Suzanne Caragianis has developed a strong desire over the past 10 years to undertake medical missionary work overseas. She loves to mentor, teach and give to those who do not have the same access to our high standard of health care and education.
Previously, she has been to India to work with Dr Raja Sabapathy (one of her mentors), in Coimbatore, India. In September 2006 she presented to the surgeons and taught therapists at the Indian Society for Surgery of Hand, Chandigarh, India. She is informally a mentor to the newly developed Indian Hand Therapy Association and will be helping to support them with their hosting of the IFSSH & IFSHT in New Delhi in 2013.
Suzanne has just returned from the Kingdom of Bhutan where she and Dr Philip Griffin, Plastic & Reconstructive Surgeon, went to teach and establish a Hand Therapy unit at the Jigme Dorji Wangchuck National Referral (JDWNR) Hospital in Thimphu, Bhutan. They worked closely with Dr Tshewang Thinley, Orthopaedic surgeon and his team as well as Karma Fuentsho, Physiotherapist and the therapy staff. Suzanne taught a Hand and Upper Limb course and had so many keen therapists, doctors and technicians attend from all over Bhutan. She was hopeful for 25 students, but had 51 attendees to her first day and 62 to her second course.
Suzanne saw a mixture of in-patients with acute trauma or post-operative cases as well as many out-patients. She distributed a large amount of donated equipment from medical companies in Australia, Rotary, hospitals and individual therapists. The Australian Hand Therapy Association was also generous in its contribution. This enabled Suzanne to establish an in-patient splinting and exercise area within the Physiotherapy department and a more extensive Hand Therapy Unit in the outpatient physiotherapy area. She also taught the therapists about low technique splinting and simple exercise ideas so our colleagues all over Bhutan could go away with some new and practical ideas.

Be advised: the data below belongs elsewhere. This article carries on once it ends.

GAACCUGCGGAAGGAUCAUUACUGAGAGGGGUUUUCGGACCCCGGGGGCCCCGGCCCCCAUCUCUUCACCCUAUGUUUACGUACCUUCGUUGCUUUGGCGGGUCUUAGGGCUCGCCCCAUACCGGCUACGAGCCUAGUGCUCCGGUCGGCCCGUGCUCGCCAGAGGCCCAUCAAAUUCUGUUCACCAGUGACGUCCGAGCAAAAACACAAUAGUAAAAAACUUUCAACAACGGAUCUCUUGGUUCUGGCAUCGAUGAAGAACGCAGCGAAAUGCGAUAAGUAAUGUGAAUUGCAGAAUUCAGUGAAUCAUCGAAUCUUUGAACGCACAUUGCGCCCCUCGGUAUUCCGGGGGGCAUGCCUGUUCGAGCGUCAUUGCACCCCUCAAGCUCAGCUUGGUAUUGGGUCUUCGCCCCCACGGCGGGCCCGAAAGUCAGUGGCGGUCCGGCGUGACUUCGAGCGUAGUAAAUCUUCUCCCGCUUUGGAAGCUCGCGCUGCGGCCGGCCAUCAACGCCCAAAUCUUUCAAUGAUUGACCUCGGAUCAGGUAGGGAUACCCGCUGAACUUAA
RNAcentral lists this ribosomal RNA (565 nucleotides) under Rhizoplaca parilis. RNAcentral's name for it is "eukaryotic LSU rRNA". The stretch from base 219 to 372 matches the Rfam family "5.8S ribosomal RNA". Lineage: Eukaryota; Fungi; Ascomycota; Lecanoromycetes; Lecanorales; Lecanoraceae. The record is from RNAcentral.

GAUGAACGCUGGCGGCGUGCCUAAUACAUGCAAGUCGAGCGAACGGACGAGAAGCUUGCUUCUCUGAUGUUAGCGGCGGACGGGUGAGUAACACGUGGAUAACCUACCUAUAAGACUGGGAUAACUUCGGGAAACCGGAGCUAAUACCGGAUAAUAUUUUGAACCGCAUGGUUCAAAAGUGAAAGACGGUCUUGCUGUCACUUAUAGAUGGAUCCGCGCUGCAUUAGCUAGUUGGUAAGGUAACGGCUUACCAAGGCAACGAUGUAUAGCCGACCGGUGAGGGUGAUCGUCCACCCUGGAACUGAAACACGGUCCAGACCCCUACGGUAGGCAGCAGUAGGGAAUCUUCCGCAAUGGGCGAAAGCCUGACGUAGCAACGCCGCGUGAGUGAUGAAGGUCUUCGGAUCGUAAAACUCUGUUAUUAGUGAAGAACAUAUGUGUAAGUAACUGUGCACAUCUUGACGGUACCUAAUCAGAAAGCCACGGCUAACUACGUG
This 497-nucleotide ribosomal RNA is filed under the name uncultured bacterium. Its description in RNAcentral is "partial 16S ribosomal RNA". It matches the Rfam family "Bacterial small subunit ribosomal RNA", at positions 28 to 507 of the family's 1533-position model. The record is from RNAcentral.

In two short weeks she believes they achieved their goals of providing surgery and treatment for some complex hand injuries, education and training of the local hospital staff and therapists and technicians who had travelled from throughout Bhutan to learn. They also established a designated out-patient hand therapy area in the major hospital in Thimphu.
Suzanne is now maintaining an ongoing mentoring network via the internet and still continues to send care packages of extensive hand therapy and wound care supplies.